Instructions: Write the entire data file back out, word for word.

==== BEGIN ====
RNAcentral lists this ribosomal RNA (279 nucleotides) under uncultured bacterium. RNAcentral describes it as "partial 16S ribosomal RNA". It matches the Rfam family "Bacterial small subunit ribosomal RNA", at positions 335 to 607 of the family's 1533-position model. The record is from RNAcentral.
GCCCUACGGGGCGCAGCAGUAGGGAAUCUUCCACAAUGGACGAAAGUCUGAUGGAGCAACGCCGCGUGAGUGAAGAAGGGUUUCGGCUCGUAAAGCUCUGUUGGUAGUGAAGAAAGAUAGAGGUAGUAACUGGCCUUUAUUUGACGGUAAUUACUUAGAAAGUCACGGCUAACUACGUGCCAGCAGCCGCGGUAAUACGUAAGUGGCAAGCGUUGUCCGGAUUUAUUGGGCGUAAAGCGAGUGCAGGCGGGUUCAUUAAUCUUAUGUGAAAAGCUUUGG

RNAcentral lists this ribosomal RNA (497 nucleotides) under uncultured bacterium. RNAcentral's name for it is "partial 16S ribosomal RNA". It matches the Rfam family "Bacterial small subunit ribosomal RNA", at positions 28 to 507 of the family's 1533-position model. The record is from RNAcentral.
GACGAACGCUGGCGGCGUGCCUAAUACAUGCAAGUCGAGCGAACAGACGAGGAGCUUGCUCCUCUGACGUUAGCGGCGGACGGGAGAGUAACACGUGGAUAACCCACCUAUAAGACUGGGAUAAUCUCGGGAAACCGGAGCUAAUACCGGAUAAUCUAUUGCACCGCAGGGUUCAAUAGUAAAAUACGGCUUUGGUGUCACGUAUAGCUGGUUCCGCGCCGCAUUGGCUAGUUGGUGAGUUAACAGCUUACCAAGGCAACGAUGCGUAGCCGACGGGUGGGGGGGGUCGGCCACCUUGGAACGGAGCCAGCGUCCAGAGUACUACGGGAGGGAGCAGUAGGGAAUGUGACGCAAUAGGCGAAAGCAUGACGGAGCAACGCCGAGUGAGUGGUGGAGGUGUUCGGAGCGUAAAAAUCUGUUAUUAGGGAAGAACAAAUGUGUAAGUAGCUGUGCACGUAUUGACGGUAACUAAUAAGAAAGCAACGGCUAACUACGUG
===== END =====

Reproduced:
RNAcentral lists this ribosomal RNA (279 nucleotides) under uncultured bacterium. RNAcentral describes it as "partial 16S ribosomal RNA". It matches the Rfam family "Bacterial small subunit ribosomal RNA", at positions 335 to 607 of the family's 1533-position model. The record is from RNAcentral.
GCCCUACGGGGCGCAGCAGUAGGGAAUCUUCCACAAUGGACGAAAGUCUGAUGGAGCAACGCCGCGUGAGUGAAGAAGGGUUUCGGCUCGUAAAGCUCUGUUGGUAGUGAAGAAAGAUAGAGGUAGUAACUGGCCUUUAUUUGACGGUAAUUACUUAGAAAGUCACGGCUAACUACGUGCCAGCAGCCGCGGUAAUACGUAAGUGGCAAGCGUUGUCCGGAUUUAUUGGGCGUAAAGCGAGUGCAGGCGGGUUCAUUAAUCUUAUGUGAAAAGCUUUGG

RNAcentral lists this ribosomal RNA (497 nucleotides) under uncultured bacterium. RNAcentral's name for it is "partial 16S ribosomal RNA". It matches the Rfam family "Bacterial small subunit ribosomal RNA", at positions 28 to 507 of the family's 1533-position model. The record is from RNAcentral.
GACGAACGCUGGCGGCGUGCCUAAUACAUGCAAGUCGAGCGAACAGACGAGGAGCUUGCUCCUCUGACGUUAGCGGCGGACGGGAGAGUAACACGUGGAUAACCCACCUAUAAGACUGGGAUAAUCUCGGGAAACCGGAGCUAAUACCGGAUAAUCUAUUGCACCGCAGGGUUCAAUAGUAAAAUACGGCUUUGGUGUCACGUAUAGCUGGUUCCGCGCCGCAUUGGCUAGUUGGUGAGUUAACAGCUUACCAAGGCAACGAUGCGUAGCCGACGGGUGGGGGGGGUCGGCCACCUUGGAACGGAGCCAGCGUCCAGAGUACUACGGGAGGGAGCAGUAGGGAAUGUGACGCAAUAGGCGAAAGCAUGACGGAGCAACGCCGAGUGAGUGGUGGAGGUGUUCGGAGCGUAAAAAUCUGUUAUUAGGGAAGAACAAAUGUGUAAGUAGCUGUGCACGUAUUGACGGUAACUAAUAAGAAAGCAACGGCUAACUACGUG